That’s a bit tangential though; I actually want to focus on what happened during the break, not just the fact that we had one and it’s unusual for me. My New Zealand Flora and Fauna class went back a week early, so I was only able to travel for half of the break, but my 8 days of holiday were definitely not wasted. I spent the week in the South Island, traveling from the northern tip all the way down the west coast before flying home. Here are the places I visited along the way:
This was my first taste of the South Island. We took the ferry over on a chilly, rainy, windy day but the scenery was still breathtaking.
Me with Markus, Thijs, and Luiza on the ferry
Welcome to Picton, South Island!
Nelson was the first city we visited. The town was completely dead on a winter weekend, but felt cozy nonetheless. We wandered past a beautiful Gothic cathedral…
And went to the “center of New Zealand” (which is not actually the geographic center; it was a point designated to make surveying easier… which we did not know until AFTER the very steep climb to the spot)
We watched the sun set over Nelson to end our first day.
Abel Tasman National Park:
We took a short day trip into the national park for our second day. The weather was absolutely stunning as we hiked through the trees and along the beach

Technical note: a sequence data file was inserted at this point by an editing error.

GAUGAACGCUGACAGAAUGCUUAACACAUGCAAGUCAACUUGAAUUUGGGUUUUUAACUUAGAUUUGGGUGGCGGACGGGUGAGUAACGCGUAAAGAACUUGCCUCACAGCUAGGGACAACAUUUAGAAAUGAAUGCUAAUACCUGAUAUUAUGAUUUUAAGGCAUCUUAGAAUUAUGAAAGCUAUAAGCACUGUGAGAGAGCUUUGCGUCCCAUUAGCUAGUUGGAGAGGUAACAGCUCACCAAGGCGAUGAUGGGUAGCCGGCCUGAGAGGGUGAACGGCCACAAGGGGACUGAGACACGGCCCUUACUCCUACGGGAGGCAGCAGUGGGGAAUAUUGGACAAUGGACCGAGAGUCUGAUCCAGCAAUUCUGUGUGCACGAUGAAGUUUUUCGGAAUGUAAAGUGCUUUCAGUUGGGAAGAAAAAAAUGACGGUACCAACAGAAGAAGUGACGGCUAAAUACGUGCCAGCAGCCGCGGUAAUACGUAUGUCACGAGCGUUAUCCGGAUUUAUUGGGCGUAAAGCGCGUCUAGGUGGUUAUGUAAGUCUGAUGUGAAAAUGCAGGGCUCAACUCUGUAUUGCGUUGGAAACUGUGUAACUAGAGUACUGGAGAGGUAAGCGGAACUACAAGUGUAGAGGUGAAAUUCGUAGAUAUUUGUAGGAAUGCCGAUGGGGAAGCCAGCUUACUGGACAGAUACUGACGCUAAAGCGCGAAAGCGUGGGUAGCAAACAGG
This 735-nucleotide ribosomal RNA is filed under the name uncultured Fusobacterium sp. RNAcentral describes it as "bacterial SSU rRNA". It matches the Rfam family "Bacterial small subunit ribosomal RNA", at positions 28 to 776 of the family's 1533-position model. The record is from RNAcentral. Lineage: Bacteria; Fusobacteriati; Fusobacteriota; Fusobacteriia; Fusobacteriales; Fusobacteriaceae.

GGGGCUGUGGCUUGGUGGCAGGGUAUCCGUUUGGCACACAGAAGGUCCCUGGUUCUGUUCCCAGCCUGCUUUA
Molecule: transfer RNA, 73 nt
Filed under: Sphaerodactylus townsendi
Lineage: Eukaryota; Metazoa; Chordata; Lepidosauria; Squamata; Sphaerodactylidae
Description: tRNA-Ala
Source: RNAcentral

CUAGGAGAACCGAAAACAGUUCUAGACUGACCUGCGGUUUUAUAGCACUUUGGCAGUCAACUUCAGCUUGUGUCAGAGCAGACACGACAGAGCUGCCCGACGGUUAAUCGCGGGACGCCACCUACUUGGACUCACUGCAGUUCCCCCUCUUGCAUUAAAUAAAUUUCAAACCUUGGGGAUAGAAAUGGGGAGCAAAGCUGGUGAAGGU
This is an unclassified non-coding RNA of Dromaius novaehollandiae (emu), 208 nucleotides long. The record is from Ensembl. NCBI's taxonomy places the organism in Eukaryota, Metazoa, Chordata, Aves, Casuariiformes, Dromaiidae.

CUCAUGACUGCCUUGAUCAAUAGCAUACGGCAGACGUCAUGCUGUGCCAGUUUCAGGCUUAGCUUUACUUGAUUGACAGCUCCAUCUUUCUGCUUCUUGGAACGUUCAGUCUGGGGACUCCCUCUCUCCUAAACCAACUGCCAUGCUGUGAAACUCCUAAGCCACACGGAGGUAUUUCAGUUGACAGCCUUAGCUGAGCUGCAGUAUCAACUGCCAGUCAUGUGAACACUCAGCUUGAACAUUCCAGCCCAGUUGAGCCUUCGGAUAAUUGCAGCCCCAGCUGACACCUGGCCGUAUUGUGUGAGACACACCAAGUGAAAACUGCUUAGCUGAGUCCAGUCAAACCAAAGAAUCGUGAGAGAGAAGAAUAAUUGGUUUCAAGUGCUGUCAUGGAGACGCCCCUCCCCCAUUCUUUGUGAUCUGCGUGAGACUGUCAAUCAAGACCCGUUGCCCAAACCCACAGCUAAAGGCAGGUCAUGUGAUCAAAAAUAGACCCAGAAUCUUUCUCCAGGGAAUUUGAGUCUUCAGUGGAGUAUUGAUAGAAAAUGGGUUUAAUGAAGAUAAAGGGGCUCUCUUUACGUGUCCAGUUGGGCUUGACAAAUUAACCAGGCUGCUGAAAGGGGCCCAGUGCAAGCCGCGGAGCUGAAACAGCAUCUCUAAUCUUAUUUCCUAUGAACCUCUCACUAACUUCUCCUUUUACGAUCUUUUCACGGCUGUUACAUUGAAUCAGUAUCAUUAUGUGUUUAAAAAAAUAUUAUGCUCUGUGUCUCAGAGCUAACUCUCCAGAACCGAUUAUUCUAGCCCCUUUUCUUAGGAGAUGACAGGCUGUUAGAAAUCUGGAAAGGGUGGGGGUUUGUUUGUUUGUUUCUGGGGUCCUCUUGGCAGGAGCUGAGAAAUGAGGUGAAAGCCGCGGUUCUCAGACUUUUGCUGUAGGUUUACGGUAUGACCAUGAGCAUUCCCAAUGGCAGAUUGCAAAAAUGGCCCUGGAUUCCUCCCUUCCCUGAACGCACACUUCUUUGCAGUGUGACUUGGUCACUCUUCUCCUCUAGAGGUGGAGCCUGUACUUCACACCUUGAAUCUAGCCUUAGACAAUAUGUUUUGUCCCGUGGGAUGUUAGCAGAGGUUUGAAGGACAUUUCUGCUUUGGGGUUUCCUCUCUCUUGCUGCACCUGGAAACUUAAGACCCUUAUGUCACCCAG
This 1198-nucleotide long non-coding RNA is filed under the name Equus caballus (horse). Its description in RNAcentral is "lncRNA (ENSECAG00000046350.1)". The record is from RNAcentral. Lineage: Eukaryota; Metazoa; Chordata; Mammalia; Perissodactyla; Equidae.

We could clearly see the Southern Alps on the horizon all day, which only added to the beauty of the scenery
A few of us got lucky and were able to get up close to a very cute and very curious endemic flightless bird, the weka!
Punakaiki was our least glamourous stop on paper, but ended up being easily one of my absolute favorites. We stayed in a beach hostel with this view out our back door… not bad, eh?
Franz Josef Glacier:
Next stop, Franz Josef! The hike to the glacier was an easy climb through the riverbed where glacier runoff has carved a path over centuries.
Although the hike and the glacier were both beautiful, it was also a sobering experience. There were pictures and signs along the way reminding us of what the glacier used to look like and how much the ice has receded. We walked over ground that was once covered by the ice of the glacier for almost the entire 45 minute hike. Franz Josef is one of the places I have seen climate change at its most visible, and it has spurred me to be even more conscious than I already am of our impact on the world and the immediacy of the need for action to prevent further damage.
We got lucky to be at the glacier on a relatively calm day; there is a small reflecting pool near the trailhead called Peter’s Pool, which provided a stunning mirror image of the mountains